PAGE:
Te Ara theme editor Allan Gillingham was brought up on a farm near Harihari. In 1938 his parents were living in a remote part of South Westland, and his birth was dramatic:
'My parents, Jessie and George Gillingham, lived at the Public Works camp just south of Fox Glacier township in 1938. George was a truck owner-driver, working on what was many years later to become the road over Haast Pass to Otago. They lived in a small house without a floor, made of ponga and canvas, with a corrugated-iron roof and open-fire surround.
'While cutting firewood on a saw bench outside their hut, the belt flew off the saw bench and hit Jessie, who was seven months pregnant, in the stomach. Pains soon commenced and the decision was made to drive her by truck through to Greymouth Hospital, about four hours away, along twisting, unsealed roads and across several precarious river fords. Although Jessie said that she was ‘quite comfortable’ she was experiencing sharp pains. She said that the ‘real’ pain occurred the next day, leading up to my birth at 11.00 a.m. on 23 November, weighing just 3 pounds and 6 ounces (1.5 kilograms). After six days this had declined to 2 pounds 12 ounces (1.25 kilograms), so a decision was made that I should be taken to the Karitane hospital in Christchurch for special care. George’s sister, Ida, had the responsibility of doing this because Jessie was to remain in Greymouth Hospital for a further two weeks before she was able to follow.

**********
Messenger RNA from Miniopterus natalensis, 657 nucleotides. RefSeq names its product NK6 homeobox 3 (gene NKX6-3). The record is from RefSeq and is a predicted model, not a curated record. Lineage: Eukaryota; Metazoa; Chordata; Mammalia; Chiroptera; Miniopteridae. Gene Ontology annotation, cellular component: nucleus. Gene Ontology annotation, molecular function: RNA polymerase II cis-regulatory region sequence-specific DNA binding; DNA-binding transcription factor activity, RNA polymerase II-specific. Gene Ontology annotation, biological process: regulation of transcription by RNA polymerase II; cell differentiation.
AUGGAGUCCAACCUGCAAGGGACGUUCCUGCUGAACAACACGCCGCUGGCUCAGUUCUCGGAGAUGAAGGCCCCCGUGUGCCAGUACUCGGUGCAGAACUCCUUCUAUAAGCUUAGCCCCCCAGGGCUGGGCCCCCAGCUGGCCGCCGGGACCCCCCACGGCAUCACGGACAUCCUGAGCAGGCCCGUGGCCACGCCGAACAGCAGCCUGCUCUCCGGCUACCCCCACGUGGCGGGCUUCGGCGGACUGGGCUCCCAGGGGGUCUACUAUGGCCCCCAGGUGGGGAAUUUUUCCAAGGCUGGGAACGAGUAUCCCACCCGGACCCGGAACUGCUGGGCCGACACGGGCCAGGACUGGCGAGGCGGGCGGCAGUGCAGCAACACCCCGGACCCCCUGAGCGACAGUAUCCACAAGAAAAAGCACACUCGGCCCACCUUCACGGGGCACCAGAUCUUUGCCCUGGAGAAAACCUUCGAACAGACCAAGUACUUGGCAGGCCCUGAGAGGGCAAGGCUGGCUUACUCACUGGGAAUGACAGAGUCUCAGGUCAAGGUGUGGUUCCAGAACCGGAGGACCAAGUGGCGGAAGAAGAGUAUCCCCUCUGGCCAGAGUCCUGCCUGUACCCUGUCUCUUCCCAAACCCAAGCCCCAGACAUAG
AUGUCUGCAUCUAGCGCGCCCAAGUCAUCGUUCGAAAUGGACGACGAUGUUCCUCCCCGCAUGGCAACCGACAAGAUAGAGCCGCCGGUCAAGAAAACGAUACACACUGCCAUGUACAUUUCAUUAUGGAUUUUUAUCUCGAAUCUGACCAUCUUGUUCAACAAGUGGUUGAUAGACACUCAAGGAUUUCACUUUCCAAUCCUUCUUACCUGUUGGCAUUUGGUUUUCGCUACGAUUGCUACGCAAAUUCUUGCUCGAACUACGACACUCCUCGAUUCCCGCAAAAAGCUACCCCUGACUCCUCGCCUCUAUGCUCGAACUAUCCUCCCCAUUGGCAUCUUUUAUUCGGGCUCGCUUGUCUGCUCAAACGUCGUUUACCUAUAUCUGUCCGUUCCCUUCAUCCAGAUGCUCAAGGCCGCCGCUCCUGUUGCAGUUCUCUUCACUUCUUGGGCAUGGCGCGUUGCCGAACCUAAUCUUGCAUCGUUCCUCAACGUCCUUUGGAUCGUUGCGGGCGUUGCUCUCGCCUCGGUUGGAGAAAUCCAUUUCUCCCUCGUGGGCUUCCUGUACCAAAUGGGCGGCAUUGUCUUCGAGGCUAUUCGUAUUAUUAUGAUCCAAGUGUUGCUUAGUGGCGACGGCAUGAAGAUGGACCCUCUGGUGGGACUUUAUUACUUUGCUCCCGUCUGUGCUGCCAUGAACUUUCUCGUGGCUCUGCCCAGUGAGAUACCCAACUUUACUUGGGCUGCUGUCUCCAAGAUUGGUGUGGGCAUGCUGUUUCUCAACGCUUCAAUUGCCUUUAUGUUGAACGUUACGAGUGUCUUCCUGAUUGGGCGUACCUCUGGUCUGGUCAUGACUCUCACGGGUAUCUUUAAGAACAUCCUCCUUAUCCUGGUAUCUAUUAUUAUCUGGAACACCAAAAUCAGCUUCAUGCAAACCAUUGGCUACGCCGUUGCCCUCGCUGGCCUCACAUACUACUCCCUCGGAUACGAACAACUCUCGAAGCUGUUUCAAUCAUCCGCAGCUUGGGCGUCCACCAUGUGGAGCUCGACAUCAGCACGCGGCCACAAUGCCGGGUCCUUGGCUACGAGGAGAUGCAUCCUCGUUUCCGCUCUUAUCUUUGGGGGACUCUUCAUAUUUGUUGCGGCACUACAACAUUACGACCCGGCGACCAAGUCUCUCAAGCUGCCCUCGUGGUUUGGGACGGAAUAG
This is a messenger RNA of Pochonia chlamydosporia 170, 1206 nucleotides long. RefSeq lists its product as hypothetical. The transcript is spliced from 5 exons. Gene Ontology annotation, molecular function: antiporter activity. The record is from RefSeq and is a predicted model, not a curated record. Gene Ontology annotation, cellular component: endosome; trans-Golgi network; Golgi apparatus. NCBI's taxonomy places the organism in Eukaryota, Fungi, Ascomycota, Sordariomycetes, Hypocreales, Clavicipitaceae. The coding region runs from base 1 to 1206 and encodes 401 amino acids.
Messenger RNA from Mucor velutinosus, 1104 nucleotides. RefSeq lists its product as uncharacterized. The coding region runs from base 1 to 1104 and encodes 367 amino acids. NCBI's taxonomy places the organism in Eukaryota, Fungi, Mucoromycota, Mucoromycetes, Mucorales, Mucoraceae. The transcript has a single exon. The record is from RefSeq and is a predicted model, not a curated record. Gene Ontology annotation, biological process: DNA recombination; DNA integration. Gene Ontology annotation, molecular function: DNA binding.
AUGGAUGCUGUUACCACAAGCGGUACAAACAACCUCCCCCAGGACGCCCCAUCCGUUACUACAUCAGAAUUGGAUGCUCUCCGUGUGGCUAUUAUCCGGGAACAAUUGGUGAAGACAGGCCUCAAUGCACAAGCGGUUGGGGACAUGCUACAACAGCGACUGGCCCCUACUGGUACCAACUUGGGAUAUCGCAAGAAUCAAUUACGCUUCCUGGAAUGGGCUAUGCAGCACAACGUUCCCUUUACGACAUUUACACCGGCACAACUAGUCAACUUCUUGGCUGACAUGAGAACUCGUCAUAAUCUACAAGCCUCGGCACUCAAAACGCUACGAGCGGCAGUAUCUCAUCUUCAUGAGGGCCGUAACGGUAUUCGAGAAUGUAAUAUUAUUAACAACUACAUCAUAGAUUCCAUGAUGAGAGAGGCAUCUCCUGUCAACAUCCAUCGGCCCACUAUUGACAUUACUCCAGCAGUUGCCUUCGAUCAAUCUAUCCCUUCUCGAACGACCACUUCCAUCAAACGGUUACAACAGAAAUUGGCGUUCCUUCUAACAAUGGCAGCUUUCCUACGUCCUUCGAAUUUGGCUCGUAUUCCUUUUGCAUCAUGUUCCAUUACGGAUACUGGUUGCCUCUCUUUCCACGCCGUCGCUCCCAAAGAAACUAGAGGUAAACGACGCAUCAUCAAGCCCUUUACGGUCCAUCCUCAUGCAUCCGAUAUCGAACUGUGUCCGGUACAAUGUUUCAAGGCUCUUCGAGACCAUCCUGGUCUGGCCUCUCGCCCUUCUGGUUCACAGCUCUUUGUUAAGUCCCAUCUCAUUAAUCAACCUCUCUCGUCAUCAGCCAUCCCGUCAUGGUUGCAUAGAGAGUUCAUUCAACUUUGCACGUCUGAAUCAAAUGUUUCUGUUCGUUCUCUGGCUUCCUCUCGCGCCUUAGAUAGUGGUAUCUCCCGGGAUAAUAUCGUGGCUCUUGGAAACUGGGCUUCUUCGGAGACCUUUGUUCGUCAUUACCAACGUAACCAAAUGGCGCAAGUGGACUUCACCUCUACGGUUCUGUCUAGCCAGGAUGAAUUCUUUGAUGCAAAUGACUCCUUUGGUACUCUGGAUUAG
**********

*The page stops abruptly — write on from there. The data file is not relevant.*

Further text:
'Because of the risk involved with travelling to Christchurch, I was christened in the bathroom of the Greymouth Hospital before leaving. Having made me as comfortable as possible in a shoebox lined with cotton wool, and with an eyedropper and bottle for feeding, Ida set off on the five-hour train trip. The departure was obviously a traumatic one for both Jessie and George, as well as for Ida who had the responsibility to deliver me safely. We were met at Christchurch railway station by a group of Karitane nurses who whipped us away to hospital where I stayed for the next two months.'
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Te Ara – The Encyclopedia of New Zealand
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